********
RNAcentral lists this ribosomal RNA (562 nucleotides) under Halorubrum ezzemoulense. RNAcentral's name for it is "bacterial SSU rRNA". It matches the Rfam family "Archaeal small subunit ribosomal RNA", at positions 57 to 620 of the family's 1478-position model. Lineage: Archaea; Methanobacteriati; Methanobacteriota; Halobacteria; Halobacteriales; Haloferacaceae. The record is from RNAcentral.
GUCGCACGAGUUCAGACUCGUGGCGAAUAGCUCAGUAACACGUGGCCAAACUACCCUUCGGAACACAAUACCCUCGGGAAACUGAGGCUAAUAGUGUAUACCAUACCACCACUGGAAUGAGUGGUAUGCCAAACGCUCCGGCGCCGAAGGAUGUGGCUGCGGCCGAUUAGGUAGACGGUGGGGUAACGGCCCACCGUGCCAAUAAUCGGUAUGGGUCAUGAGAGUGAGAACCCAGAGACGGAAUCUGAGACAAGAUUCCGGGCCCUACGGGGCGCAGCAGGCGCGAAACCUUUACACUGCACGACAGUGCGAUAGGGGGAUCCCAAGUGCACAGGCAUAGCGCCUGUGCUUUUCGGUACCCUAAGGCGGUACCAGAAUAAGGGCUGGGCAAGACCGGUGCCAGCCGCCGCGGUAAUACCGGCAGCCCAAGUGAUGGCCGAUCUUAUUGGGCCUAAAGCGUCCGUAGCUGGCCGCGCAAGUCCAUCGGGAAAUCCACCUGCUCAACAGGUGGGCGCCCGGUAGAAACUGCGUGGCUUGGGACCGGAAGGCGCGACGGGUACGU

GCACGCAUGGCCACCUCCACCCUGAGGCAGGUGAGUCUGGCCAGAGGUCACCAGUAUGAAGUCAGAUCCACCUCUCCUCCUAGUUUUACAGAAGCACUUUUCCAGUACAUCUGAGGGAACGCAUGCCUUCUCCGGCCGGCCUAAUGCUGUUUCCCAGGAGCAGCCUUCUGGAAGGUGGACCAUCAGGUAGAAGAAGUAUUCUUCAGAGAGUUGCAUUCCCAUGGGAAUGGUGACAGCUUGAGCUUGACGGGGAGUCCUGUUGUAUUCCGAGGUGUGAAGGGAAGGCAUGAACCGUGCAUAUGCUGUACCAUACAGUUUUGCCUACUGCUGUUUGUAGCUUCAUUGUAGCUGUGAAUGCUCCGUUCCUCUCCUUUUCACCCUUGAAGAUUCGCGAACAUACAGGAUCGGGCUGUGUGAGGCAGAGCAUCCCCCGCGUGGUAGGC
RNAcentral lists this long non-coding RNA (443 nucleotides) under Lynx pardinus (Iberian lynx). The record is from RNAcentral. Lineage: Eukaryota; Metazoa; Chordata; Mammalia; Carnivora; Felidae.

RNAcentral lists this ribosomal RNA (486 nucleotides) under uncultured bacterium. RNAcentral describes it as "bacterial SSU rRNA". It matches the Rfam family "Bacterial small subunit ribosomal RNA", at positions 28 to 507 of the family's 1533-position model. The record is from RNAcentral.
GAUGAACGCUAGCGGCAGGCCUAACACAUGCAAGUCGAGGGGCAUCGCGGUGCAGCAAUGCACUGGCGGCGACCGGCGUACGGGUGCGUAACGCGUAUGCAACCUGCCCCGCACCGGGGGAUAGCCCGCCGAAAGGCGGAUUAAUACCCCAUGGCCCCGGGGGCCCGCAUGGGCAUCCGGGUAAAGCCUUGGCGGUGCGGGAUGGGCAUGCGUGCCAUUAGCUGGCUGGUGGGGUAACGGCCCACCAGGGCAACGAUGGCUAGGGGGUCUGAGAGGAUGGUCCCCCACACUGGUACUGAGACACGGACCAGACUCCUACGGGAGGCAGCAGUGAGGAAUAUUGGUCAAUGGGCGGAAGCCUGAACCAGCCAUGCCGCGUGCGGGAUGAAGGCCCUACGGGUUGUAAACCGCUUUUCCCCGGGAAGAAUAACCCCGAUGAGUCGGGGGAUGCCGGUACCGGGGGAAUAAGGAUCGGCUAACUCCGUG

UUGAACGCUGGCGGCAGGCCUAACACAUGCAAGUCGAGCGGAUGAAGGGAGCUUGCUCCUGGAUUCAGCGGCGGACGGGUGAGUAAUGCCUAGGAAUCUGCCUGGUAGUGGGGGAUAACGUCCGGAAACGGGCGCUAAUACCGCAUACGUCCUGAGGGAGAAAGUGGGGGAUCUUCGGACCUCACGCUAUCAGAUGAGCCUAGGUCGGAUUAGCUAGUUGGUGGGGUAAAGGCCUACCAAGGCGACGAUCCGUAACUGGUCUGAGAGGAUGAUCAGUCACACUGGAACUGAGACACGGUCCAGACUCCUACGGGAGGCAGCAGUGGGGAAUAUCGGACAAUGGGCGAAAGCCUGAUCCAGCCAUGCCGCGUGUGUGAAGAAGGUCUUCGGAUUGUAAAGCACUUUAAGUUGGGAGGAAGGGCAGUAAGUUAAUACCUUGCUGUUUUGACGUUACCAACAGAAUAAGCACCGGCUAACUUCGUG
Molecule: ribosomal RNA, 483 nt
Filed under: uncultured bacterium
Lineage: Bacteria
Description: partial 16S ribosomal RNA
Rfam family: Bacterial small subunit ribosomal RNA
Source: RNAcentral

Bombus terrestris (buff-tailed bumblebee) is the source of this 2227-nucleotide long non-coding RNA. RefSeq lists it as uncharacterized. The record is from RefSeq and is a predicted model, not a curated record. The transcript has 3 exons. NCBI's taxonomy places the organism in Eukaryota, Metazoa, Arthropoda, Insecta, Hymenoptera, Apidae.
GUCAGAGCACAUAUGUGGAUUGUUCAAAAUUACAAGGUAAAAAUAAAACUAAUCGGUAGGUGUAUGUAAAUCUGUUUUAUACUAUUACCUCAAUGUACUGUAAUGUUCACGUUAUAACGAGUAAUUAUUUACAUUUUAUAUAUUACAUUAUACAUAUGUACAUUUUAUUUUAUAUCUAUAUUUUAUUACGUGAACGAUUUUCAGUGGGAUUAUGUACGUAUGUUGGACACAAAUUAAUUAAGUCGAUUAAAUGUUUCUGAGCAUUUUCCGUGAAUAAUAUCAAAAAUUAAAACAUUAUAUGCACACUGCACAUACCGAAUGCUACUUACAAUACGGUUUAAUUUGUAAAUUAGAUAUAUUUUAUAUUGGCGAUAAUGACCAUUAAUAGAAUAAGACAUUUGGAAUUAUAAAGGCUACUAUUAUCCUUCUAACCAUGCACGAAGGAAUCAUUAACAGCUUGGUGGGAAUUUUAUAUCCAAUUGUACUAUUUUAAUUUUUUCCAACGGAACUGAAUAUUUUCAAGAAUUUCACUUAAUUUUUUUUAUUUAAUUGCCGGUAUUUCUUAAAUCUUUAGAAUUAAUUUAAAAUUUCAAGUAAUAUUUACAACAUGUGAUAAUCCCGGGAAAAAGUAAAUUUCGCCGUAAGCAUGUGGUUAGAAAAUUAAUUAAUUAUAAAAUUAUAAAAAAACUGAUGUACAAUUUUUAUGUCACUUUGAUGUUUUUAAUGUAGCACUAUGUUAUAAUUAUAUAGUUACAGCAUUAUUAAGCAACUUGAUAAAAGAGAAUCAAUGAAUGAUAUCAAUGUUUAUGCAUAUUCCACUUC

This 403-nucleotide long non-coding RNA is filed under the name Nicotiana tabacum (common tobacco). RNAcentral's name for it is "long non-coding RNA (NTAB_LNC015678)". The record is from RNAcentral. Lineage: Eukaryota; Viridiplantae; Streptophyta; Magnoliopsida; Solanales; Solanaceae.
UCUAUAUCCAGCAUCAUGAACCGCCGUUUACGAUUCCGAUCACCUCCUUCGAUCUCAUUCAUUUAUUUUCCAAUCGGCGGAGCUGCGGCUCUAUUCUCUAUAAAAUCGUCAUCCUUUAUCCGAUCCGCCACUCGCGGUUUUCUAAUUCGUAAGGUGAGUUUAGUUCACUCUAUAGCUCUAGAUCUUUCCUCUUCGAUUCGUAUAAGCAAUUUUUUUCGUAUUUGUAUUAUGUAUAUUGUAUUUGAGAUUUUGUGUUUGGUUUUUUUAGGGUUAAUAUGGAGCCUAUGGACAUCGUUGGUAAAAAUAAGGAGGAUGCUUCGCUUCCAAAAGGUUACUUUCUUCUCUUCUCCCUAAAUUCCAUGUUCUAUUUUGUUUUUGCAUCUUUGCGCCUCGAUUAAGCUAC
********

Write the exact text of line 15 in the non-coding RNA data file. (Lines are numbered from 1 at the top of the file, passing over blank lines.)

GUCAGAGCACAUAUGUGGAUUGUUCAAAAUUACAAGGUAAAAAUAAAACUAAUCGGUAGGUGUAUGUAAAUCUGUUUUAUACUAUUACCUCAAUGUACUGUAAUGUUCACGUUAUAACGAGUAAUUAUUUACAUUUUAUAUAUUACAUUAUACAUAUGUACAUUUUAUUUUAUAUCUAUAUUUUAUUACGUGAACGAUUUUCAGUGGGAUUAUGUACGUAUGUUGGACACAAAUUAAUUAAGUCGAUUAAAUGUUUCUGAGCAUUUUCCGUGAAUAAUAUCAAAAAUUAAAACAUUAUAUGCACACUGCACAUACCGAAUGCUACUUACAAUACGGUUUAAUUUGUAAAUUAGAUAUAUUUUAUAUUGGCGAUAAUGACCAUUAAUAGAAUAAGACAUUUGGAAUUAUAAAGGCUACUAUUAUCCUUCUAACCAUGCACGAAGGAAUCAUUAACAGCUUGGUGGGAAUUUUAUAUCCAAUUGUACUAUUUUAAUUUUUUCCAACGGAACUGAAUAUUUUCAAGAAUUUCACUUAAUUUUUUUUAUUUAAUUGCCGGUAUUUCUUAAAUCUUUAGAAUUAAUUUAAAAUUUCAAGUAAUAUUUACAACAUGUGAUAAUCCCGGGAAAAAGUAAAUUUCGCCGUAAGCAUGUGGUUAGAAAAUUAAUUAAUUAUAAAAUUAUAAAAAAACUGAUGUACAAUUUUUAUGUCACUUUGAUGUUUUUAAUGUAGCACUAUGUUAUAAUUAUAUAGUUACAGCAUUAUUAAGCAACUUGAUAAAAGAGAAUCAAUGAAUGAUAUCAAUGUUUAUGCAUAUUCCACUUC